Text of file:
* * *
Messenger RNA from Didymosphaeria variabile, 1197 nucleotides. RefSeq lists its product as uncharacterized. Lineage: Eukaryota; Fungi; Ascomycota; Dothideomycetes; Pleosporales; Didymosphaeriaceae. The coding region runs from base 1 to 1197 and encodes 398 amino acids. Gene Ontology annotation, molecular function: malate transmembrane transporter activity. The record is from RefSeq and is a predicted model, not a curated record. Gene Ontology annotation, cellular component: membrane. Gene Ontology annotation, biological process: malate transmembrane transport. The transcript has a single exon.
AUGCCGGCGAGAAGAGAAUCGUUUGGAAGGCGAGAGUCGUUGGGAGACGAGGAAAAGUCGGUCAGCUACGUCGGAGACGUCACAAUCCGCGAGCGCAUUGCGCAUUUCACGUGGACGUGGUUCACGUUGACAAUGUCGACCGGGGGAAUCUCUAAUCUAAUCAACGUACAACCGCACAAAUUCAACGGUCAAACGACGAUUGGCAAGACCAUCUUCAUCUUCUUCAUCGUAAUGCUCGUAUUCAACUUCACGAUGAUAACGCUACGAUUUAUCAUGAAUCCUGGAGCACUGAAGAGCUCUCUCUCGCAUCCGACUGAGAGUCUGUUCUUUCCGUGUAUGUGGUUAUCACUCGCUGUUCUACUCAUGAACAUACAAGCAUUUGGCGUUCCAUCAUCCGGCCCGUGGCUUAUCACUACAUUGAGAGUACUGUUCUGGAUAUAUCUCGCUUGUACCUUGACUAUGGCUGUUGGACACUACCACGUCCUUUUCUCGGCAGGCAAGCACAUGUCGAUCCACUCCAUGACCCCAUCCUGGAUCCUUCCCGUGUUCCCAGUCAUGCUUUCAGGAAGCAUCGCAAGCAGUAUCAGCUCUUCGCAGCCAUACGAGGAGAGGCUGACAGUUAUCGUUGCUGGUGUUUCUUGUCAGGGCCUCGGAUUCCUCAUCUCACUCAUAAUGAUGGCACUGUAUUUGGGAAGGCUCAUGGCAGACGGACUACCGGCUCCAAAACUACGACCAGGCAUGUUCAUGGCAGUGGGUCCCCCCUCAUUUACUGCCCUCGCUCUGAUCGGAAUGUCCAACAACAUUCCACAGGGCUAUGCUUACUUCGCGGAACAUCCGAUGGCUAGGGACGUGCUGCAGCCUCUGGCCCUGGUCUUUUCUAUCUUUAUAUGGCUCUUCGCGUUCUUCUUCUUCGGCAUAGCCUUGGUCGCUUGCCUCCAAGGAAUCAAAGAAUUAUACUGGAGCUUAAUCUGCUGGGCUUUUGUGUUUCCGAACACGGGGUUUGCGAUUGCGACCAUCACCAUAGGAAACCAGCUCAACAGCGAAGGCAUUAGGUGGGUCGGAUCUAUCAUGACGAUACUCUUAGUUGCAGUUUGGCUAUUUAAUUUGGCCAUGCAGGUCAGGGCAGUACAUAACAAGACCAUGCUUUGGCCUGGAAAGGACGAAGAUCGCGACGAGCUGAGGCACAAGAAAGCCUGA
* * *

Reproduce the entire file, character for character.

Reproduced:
Messenger RNA from Didymosphaeria variabile, 1197 nucleotides. RefSeq lists its product as uncharacterized. Lineage: Eukaryota; Fungi; Ascomycota; Dothideomycetes; Pleosporales; Didymosphaeriaceae. The coding region runs from base 1 to 1197 and encodes 398 amino acids. Gene Ontology annotation, molecular function: malate transmembrane transporter activity. The record is from RefSeq and is a predicted model, not a curated record. Gene Ontology annotation, cellular component: membrane. Gene Ontology annotation, biological process: malate transmembrane transport. The transcript has a single exon.
AUGCCGGCGAGAAGAGAAUCGUUUGGAAGGCGAGAGUCGUUGGGAGACGAGGAAAAGUCGGUCAGCUACGUCGGAGACGUCACAAUCCGCGAGCGCAUUGCGCAUUUCACGUGGACGUGGUUCACGUUGACAAUGUCGACCGGGGGAAUCUCUAAUCUAAUCAACGUACAACCGCACAAAUUCAACGGUCAAACGACGAUUGGCAAGACCAUCUUCAUCUUCUUCAUCGUAAUGCUCGUAUUCAACUUCACGAUGAUAACGCUACGAUUUAUCAUGAAUCCUGGAGCACUGAAGAGCUCUCUCUCGCAUCCGACUGAGAGUCUGUUCUUUCCGUGUAUGUGGUUAUCACUCGCUGUUCUACUCAUGAACAUACAAGCAUUUGGCGUUCCAUCAUCCGGCCCGUGGCUUAUCACUACAUUGAGAGUACUGUUCUGGAUAUAUCUCGCUUGUACCUUGACUAUGGCUGUUGGACACUACCACGUCCUUUUCUCGGCAGGCAAGCACAUGUCGAUCCACUCCAUGACCCCAUCCUGGAUCCUUCCCGUGUUCCCAGUCAUGCUUUCAGGAAGCAUCGCAAGCAGUAUCAGCUCUUCGCAGCCAUACGAGGAGAGGCUGACAGUUAUCGUUGCUGGUGUUUCUUGUCAGGGCCUCGGAUUCCUCAUCUCACUCAUAAUGAUGGCACUGUAUUUGGGAAGGCUCAUGGCAGACGGACUACCGGCUCCAAAACUACGACCAGGCAUGUUCAUGGCAGUGGGUCCCCCCUCAUUUACUGCCCUCGCUCUGAUCGGAAUGUCCAACAACAUUCCACAGGGCUAUGCUUACUUCGCGGAACAUCCGAUGGCUAGGGACGUGCUGCAGCCUCUGGCCCUGGUCUUUUCUAUCUUUAUAUGGCUCUUCGCGUUCUUCUUCUUCGGCAUAGCCUUGGUCGCUUGCCUCCAAGGAAUCAAAGAAUUAUACUGGAGCUUAAUCUGCUGGGCUUUUGUGUUUCCGAACACGGGGUUUGCGAUUGCGACCAUCACCAUAGGAAACCAGCUCAACAGCGAAGGCAUUAGGUGGGUCGGAUCUAUCAUGACGAUACUCUUAGUUGCAGUUUGGCUAUUUAAUUUGGCCAUGCAGGUCAGGGCAGUACAUAACAAGACCAUGCUUUGGCCUGGAAAGGACGAAGAUCGCGACGAGCUGAGGCACAAGAAAGCCUGA